trochee

noun

tro·​chee ˈtrō-(ˌ)kē How to pronounce trochee (audio)
: a metrical foot consisting of one long syllable followed by one short syllable or of one stressed syllable followed by one unstressed syllable (as in apple)

Example Sentences

Recent Examples on the Web Ode to Julia Morgan 1872-1957, the first woman licensed to practice architecture in California The trochees of our names have drawn rectangles below the blue vaults of the swimming pool. David Roderick, San Francisco Chronicle, 14 Feb. 2018

These example sentences are selected automatically from various online news sources to reflect current usage of the word 'trochee.' Views expressed in the examples do not represent the opinion of Merriam-Webster or its editors. Send us feedback.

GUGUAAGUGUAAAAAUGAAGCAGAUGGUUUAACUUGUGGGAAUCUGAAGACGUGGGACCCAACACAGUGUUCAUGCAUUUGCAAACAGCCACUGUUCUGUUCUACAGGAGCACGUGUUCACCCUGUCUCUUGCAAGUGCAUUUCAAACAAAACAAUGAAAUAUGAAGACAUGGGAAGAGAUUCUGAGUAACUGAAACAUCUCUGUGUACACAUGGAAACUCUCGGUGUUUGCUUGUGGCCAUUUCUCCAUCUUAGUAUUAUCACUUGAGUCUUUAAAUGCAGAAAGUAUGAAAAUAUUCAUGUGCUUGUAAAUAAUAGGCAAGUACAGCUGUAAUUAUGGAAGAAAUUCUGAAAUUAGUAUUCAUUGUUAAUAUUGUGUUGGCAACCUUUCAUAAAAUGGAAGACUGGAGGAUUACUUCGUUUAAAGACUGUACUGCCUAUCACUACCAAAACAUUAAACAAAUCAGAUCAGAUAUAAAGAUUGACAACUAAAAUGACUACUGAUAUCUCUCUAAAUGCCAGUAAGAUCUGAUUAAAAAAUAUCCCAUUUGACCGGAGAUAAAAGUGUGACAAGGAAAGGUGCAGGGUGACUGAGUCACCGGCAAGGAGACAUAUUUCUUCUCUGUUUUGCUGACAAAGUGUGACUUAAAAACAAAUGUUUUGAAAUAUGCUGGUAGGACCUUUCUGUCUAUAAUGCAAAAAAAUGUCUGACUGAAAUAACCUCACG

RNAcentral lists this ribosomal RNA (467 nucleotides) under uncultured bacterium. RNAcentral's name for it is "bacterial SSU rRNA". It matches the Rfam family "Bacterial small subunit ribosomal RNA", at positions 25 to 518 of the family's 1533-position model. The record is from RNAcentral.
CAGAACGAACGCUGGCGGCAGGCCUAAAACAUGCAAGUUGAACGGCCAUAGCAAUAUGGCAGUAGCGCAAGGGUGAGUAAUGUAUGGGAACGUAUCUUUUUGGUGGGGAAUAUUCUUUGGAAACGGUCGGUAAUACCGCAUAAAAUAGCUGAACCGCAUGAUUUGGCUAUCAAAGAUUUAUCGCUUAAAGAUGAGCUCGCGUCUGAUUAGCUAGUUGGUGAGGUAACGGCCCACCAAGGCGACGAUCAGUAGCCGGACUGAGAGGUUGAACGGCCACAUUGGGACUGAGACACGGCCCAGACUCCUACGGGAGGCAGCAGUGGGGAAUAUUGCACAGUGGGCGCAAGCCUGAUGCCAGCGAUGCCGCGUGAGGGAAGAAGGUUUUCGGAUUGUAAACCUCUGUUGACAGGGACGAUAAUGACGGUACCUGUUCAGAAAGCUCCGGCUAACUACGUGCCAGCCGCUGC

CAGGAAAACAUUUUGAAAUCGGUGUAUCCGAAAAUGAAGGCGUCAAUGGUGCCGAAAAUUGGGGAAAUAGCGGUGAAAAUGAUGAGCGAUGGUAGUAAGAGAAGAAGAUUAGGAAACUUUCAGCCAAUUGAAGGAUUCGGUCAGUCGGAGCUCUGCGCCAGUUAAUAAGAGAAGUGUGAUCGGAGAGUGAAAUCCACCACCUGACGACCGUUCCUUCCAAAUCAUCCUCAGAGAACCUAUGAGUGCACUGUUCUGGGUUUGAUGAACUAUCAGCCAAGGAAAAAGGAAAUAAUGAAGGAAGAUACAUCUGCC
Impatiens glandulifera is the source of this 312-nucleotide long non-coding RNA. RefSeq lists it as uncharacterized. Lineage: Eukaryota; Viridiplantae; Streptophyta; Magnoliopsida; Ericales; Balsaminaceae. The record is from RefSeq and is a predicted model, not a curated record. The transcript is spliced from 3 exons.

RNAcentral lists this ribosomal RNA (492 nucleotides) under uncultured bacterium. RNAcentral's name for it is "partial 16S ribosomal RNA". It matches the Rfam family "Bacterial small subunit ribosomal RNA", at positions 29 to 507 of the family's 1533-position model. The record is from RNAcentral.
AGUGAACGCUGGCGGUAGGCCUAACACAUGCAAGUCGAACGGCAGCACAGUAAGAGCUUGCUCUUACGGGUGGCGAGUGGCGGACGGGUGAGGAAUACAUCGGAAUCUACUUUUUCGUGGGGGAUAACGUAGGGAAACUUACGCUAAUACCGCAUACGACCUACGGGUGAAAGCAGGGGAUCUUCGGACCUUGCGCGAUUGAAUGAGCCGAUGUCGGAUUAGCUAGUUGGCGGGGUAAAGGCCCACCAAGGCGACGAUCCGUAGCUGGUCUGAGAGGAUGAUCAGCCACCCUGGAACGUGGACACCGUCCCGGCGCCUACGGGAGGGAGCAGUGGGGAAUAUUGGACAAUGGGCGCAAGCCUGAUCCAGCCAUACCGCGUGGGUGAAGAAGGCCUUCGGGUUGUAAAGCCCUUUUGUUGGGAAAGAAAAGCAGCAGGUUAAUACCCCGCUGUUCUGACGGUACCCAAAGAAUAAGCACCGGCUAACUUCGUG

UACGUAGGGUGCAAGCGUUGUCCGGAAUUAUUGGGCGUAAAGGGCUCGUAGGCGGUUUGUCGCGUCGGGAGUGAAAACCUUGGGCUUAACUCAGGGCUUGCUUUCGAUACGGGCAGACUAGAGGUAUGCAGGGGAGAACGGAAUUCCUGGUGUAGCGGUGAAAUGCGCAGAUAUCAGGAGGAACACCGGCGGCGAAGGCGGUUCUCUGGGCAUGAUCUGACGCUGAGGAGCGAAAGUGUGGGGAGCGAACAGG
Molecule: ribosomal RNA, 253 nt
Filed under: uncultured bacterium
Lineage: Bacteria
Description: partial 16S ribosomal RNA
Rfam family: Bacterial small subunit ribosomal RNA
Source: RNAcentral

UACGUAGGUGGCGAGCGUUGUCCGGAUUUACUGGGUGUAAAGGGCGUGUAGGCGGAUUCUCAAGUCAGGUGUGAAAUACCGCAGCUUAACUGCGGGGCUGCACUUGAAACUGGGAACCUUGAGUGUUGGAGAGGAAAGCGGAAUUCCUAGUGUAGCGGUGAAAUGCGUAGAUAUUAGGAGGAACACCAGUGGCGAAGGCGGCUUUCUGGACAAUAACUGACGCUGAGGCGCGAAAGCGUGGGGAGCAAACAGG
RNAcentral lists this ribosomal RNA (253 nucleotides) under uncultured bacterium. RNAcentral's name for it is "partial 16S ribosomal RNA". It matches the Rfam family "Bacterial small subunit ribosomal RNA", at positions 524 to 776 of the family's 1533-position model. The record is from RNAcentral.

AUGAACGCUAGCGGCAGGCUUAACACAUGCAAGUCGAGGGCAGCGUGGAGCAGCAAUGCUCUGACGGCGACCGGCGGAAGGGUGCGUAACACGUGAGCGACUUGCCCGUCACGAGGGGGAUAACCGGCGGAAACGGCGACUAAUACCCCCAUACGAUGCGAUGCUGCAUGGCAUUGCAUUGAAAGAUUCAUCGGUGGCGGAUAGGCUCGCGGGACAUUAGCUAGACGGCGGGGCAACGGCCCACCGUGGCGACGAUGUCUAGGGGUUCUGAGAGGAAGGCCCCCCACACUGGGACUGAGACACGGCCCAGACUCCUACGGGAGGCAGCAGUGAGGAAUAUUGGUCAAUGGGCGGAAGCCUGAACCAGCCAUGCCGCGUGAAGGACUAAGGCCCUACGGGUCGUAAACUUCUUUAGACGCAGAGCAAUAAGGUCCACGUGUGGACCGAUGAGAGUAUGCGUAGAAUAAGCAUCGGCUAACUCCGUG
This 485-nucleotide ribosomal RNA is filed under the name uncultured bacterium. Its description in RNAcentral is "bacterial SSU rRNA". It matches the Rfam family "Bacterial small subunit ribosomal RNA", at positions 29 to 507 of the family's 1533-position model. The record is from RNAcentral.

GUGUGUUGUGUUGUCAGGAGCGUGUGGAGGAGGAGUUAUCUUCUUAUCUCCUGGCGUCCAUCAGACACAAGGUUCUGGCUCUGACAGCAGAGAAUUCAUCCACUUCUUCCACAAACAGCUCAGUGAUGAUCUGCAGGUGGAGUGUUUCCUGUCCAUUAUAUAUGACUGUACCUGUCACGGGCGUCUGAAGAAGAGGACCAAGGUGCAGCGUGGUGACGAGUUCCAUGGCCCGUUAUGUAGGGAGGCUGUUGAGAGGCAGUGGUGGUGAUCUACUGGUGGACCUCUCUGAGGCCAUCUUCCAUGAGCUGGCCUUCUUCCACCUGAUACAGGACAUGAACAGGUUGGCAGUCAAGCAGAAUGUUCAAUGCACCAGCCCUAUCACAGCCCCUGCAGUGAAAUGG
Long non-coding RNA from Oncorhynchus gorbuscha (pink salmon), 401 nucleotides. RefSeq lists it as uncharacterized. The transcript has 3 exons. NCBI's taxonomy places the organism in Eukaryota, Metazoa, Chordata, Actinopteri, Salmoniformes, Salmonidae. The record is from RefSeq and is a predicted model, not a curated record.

Word History

Etymology

probably from Middle French trochée, from Latin trochaeus, from Greek trochaios, from trochaios running, from trochē run, course, from trechein to run; akin to Greek trochos wheel, Old Irish droch

First Known Use

1589, in the meaning defined above

Time Traveler
The first known use of trochee was in 1589

Dictionary Entries Near trochee

Cite this Entry

“Trochee.” Merriam-Webster.com Dictionary, Merriam-Webster, https://www.merriam-webster.com/dictionary/trochee. Accessed 8 Dec. 2022.

Kids Definition

trochee

noun
tro·​chee ˈtrō-kē How to pronounce trochee (audio)
: a metrical foot consisting of one accented syllable followed by one unaccented syllable (as in hungry)
trochaic
trō-ˈkā-ik
adjective

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